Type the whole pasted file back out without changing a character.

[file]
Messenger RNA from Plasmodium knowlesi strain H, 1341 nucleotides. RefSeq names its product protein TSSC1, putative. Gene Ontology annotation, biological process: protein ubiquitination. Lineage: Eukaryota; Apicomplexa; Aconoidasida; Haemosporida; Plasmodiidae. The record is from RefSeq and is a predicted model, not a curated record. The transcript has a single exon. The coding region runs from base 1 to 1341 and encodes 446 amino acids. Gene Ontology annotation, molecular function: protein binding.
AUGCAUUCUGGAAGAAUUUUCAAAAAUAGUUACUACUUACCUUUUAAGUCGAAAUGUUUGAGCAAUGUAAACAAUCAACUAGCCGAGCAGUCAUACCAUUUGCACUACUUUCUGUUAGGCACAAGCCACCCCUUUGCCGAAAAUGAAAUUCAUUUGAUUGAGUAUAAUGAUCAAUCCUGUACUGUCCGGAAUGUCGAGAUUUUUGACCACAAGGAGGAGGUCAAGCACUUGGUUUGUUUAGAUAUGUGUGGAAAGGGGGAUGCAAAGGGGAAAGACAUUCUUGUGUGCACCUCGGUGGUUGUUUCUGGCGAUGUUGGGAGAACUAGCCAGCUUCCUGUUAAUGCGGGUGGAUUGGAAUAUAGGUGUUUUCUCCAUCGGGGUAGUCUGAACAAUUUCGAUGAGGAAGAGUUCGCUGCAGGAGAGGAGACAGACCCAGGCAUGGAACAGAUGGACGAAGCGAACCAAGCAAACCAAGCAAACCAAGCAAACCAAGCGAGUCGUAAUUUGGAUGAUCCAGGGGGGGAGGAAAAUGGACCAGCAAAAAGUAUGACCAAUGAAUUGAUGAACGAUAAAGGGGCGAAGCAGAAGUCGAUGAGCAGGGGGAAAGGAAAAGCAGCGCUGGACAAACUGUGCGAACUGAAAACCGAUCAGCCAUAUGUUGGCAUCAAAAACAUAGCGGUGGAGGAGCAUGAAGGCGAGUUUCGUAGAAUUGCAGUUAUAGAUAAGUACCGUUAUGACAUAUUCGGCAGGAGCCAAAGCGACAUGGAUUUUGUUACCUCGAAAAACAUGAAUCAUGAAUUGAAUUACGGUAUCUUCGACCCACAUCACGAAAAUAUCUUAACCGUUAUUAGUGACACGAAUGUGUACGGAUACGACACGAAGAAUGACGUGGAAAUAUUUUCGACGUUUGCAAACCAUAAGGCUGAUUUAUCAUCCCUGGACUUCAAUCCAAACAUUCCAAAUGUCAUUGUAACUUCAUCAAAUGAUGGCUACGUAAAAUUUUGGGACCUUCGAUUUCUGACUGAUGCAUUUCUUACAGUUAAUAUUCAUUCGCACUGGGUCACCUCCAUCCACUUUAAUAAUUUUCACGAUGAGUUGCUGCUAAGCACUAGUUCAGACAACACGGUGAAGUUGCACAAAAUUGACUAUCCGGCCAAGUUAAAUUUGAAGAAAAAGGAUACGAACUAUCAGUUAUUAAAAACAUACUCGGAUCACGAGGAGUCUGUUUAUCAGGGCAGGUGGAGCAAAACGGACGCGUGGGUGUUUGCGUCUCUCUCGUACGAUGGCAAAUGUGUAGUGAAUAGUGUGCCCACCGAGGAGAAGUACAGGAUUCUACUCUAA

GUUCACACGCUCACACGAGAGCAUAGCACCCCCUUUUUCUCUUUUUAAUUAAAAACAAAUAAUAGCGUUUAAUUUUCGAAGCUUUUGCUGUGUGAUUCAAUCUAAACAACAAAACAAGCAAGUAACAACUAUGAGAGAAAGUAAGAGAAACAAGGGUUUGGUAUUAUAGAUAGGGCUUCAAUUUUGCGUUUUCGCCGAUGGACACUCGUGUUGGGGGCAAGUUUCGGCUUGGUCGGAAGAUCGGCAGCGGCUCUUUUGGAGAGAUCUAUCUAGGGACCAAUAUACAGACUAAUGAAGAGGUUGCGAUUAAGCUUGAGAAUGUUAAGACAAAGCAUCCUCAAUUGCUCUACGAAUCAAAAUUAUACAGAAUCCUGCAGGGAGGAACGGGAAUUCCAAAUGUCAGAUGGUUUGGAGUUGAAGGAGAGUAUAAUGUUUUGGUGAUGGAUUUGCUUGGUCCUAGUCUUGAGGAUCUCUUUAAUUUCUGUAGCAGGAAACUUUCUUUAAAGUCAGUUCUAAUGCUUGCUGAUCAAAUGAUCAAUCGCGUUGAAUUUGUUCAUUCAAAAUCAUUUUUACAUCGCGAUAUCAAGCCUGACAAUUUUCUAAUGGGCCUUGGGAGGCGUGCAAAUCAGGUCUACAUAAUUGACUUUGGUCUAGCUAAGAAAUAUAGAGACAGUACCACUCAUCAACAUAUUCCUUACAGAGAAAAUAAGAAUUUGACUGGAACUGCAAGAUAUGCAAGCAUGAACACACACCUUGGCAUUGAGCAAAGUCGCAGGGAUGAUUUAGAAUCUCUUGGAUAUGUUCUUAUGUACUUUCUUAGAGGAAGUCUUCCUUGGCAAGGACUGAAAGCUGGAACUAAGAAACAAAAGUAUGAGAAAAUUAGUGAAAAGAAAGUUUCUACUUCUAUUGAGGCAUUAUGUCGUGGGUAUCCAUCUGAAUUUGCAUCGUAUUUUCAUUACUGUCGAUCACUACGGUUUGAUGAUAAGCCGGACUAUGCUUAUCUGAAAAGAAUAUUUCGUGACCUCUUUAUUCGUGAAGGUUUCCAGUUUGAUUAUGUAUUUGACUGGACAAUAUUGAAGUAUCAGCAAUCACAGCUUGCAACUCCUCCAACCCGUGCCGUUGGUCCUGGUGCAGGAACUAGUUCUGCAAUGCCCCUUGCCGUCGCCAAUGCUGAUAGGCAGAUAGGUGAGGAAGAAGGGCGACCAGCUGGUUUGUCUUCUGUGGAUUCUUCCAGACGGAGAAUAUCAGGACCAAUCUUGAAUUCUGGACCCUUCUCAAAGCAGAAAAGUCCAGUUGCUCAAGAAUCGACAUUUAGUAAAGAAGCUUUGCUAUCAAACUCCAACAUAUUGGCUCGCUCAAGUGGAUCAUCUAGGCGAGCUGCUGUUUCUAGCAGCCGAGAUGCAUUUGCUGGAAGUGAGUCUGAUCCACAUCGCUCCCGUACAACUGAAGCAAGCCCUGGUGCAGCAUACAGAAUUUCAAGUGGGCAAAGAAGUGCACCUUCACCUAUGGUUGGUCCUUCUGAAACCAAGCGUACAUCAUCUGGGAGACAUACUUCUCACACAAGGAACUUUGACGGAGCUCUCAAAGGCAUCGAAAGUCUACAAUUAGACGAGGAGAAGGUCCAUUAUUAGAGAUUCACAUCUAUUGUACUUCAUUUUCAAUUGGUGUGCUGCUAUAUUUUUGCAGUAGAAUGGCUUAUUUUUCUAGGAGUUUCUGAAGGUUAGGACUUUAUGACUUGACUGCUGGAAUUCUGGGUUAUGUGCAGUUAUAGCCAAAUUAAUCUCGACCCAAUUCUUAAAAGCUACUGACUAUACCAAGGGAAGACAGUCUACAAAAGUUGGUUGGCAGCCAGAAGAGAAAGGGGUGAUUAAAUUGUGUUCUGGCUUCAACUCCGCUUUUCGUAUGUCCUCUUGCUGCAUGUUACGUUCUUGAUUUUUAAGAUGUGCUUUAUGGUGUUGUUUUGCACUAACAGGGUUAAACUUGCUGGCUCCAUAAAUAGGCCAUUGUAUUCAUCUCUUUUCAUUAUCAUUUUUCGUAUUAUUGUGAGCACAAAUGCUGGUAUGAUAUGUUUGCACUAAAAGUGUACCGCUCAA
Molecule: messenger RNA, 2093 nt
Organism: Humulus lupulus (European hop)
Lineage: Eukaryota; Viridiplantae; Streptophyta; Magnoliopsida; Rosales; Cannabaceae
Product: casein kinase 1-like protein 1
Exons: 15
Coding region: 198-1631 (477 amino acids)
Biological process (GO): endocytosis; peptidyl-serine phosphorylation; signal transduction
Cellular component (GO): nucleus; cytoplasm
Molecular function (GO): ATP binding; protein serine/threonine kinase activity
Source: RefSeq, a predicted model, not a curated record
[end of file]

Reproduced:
Messenger RNA from Plasmodium knowlesi strain H, 1341 nucleotides. RefSeq names its product protein TSSC1, putative. Gene Ontology annotation, biological process: protein ubiquitination. Lineage: Eukaryota; Apicomplexa; Aconoidasida; Haemosporida; Plasmodiidae. The record is from RefSeq and is a predicted model, not a curated record. The transcript has a single exon. The coding region runs from base 1 to 1341 and encodes 446 amino acids. Gene Ontology annotation, molecular function: protein binding.
AUGCAUUCUGGAAGAAUUUUCAAAAAUAGUUACUACUUACCUUUUAAGUCGAAAUGUUUGAGCAAUGUAAACAAUCAACUAGCCGAGCAGUCAUACCAUUUGCACUACUUUCUGUUAGGCACAAGCCACCCCUUUGCCGAAAAUGAAAUUCAUUUGAUUGAGUAUAAUGAUCAAUCCUGUACUGUCCGGAAUGUCGAGAUUUUUGACCACAAGGAGGAGGUCAAGCACUUGGUUUGUUUAGAUAUGUGUGGAAAGGGGGAUGCAAAGGGGAAAGACAUUCUUGUGUGCACCUCGGUGGUUGUUUCUGGCGAUGUUGGGAGAACUAGCCAGCUUCCUGUUAAUGCGGGUGGAUUGGAAUAUAGGUGUUUUCUCCAUCGGGGUAGUCUGAACAAUUUCGAUGAGGAAGAGUUCGCUGCAGGAGAGGAGACAGACCCAGGCAUGGAACAGAUGGACGAAGCGAACCAAGCAAACCAAGCAAACCAAGCAAACCAAGCGAGUCGUAAUUUGGAUGAUCCAGGGGGGGAGGAAAAUGGACCAGCAAAAAGUAUGACCAAUGAAUUGAUGAACGAUAAAGGGGCGAAGCAGAAGUCGAUGAGCAGGGGGAAAGGAAAAGCAGCGCUGGACAAACUGUGCGAACUGAAAACCGAUCAGCCAUAUGUUGGCAUCAAAAACAUAGCGGUGGAGGAGCAUGAAGGCGAGUUUCGUAGAAUUGCAGUUAUAGAUAAGUACCGUUAUGACAUAUUCGGCAGGAGCCAAAGCGACAUGGAUUUUGUUACCUCGAAAAACAUGAAUCAUGAAUUGAAUUACGGUAUCUUCGACCCACAUCACGAAAAUAUCUUAACCGUUAUUAGUGACACGAAUGUGUACGGAUACGACACGAAGAAUGACGUGGAAAUAUUUUCGACGUUUGCAAACCAUAAGGCUGAUUUAUCAUCCCUGGACUUCAAUCCAAACAUUCCAAAUGUCAUUGUAACUUCAUCAAAUGAUGGCUACGUAAAAUUUUGGGACCUUCGAUUUCUGACUGAUGCAUUUCUUACAGUUAAUAUUCAUUCGCACUGGGUCACCUCCAUCCACUUUAAUAAUUUUCACGAUGAGUUGCUGCUAAGCACUAGUUCAGACAACACGGUGAAGUUGCACAAAAUUGACUAUCCGGCCAAGUUAAAUUUGAAGAAAAAGGAUACGAACUAUCAGUUAUUAAAAACAUACUCGGAUCACGAGGAGUCUGUUUAUCAGGGCAGGUGGAGCAAAACGGACGCGUGGGUGUUUGCGUCUCUCUCGUACGAUGGCAAAUGUGUAGUGAAUAGUGUGCCCACCGAGGAGAAGUACAGGAUUCUACUCUAA

GUUCACACGCUCACACGAGAGCAUAGCACCCCCUUUUUCUCUUUUUAAUUAAAAACAAAUAAUAGCGUUUAAUUUUCGAAGCUUUUGCUGUGUGAUUCAAUCUAAACAACAAAACAAGCAAGUAACAACUAUGAGAGAAAGUAAGAGAAACAAGGGUUUGGUAUUAUAGAUAGGGCUUCAAUUUUGCGUUUUCGCCGAUGGACACUCGUGUUGGGGGCAAGUUUCGGCUUGGUCGGAAGAUCGGCAGCGGCUCUUUUGGAGAGAUCUAUCUAGGGACCAAUAUACAGACUAAUGAAGAGGUUGCGAUUAAGCUUGAGAAUGUUAAGACAAAGCAUCCUCAAUUGCUCUACGAAUCAAAAUUAUACAGAAUCCUGCAGGGAGGAACGGGAAUUCCAAAUGUCAGAUGGUUUGGAGUUGAAGGAGAGUAUAAUGUUUUGGUGAUGGAUUUGCUUGGUCCUAGUCUUGAGGAUCUCUUUAAUUUCUGUAGCAGGAAACUUUCUUUAAAGUCAGUUCUAAUGCUUGCUGAUCAAAUGAUCAAUCGCGUUGAAUUUGUUCAUUCAAAAUCAUUUUUACAUCGCGAUAUCAAGCCUGACAAUUUUCUAAUGGGCCUUGGGAGGCGUGCAAAUCAGGUCUACAUAAUUGACUUUGGUCUAGCUAAGAAAUAUAGAGACAGUACCACUCAUCAACAUAUUCCUUACAGAGAAAAUAAGAAUUUGACUGGAACUGCAAGAUAUGCAAGCAUGAACACACACCUUGGCAUUGAGCAAAGUCGCAGGGAUGAUUUAGAAUCUCUUGGAUAUGUUCUUAUGUACUUUCUUAGAGGAAGUCUUCCUUGGCAAGGACUGAAAGCUGGAACUAAGAAACAAAAGUAUGAGAAAAUUAGUGAAAAGAAAGUUUCUACUUCUAUUGAGGCAUUAUGUCGUGGGUAUCCAUCUGAAUUUGCAUCGUAUUUUCAUUACUGUCGAUCACUACGGUUUGAUGAUAAGCCGGACUAUGCUUAUCUGAAAAGAAUAUUUCGUGACCUCUUUAUUCGUGAAGGUUUCCAGUUUGAUUAUGUAUUUGACUGGACAAUAUUGAAGUAUCAGCAAUCACAGCUUGCAACUCCUCCAACCCGUGCCGUUGGUCCUGGUGCAGGAACUAGUUCUGCAAUGCCCCUUGCCGUCGCCAAUGCUGAUAGGCAGAUAGGUGAGGAAGAAGGGCGACCAGCUGGUUUGUCUUCUGUGGAUUCUUCCAGACGGAGAAUAUCAGGACCAAUCUUGAAUUCUGGACCCUUCUCAAAGCAGAAAAGUCCAGUUGCUCAAGAAUCGACAUUUAGUAAAGAAGCUUUGCUAUCAAACUCCAACAUAUUGGCUCGCUCAAGUGGAUCAUCUAGGCGAGCUGCUGUUUCUAGCAGCCGAGAUGCAUUUGCUGGAAGUGAGUCUGAUCCACAUCGCUCCCGUACAACUGAAGCAAGCCCUGGUGCAGCAUACAGAAUUUCAAGUGGGCAAAGAAGUGCACCUUCACCUAUGGUUGGUCCUUCUGAAACCAAGCGUACAUCAUCUGGGAGACAUACUUCUCACACAAGGAACUUUGACGGAGCUCUCAAAGGCAUCGAAAGUCUACAAUUAGACGAGGAGAAGGUCCAUUAUUAGAGAUUCACAUCUAUUGUACUUCAUUUUCAAUUGGUGUGCUGCUAUAUUUUUGCAGUAGAAUGGCUUAUUUUUCUAGGAGUUUCUGAAGGUUAGGACUUUAUGACUUGACUGCUGGAAUUCUGGGUUAUGUGCAGUUAUAGCCAAAUUAAUCUCGACCCAAUUCUUAAAAGCUACUGACUAUACCAAGGGAAGACAGUCUACAAAAGUUGGUUGGCAGCCAGAAGAGAAAGGGGUGAUUAAAUUGUGUUCUGGCUUCAACUCCGCUUUUCGUAUGUCCUCUUGCUGCAUGUUACGUUCUUGAUUUUUAAGAUGUGCUUUAUGGUGUUGUUUUGCACUAACAGGGUUAAACUUGCUGGCUCCAUAAAUAGGCCAUUGUAUUCAUCUCUUUUCAUUAUCAUUUUUCGUAUUAUUGUGAGCACAAAUGCUGGUAUGAUAUGUUUGCACUAAAAGUGUACCGCUCAA
Molecule: messenger RNA, 2093 nt
Organism: Humulus lupulus (European hop)
Lineage: Eukaryota; Viridiplantae; Streptophyta; Magnoliopsida; Rosales; Cannabaceae
Product: casein kinase 1-like protein 1
Exons: 15
Coding region: 198-1631 (477 amino acids)
Biological process (GO): endocytosis; peptidyl-serine phosphorylation; signal transduction
Cellular component (GO): nucleus; cytoplasm
Molecular function (GO): ATP binding; protein serine/threonine kinase activity
Source: RefSeq, a predicted model, not a curated record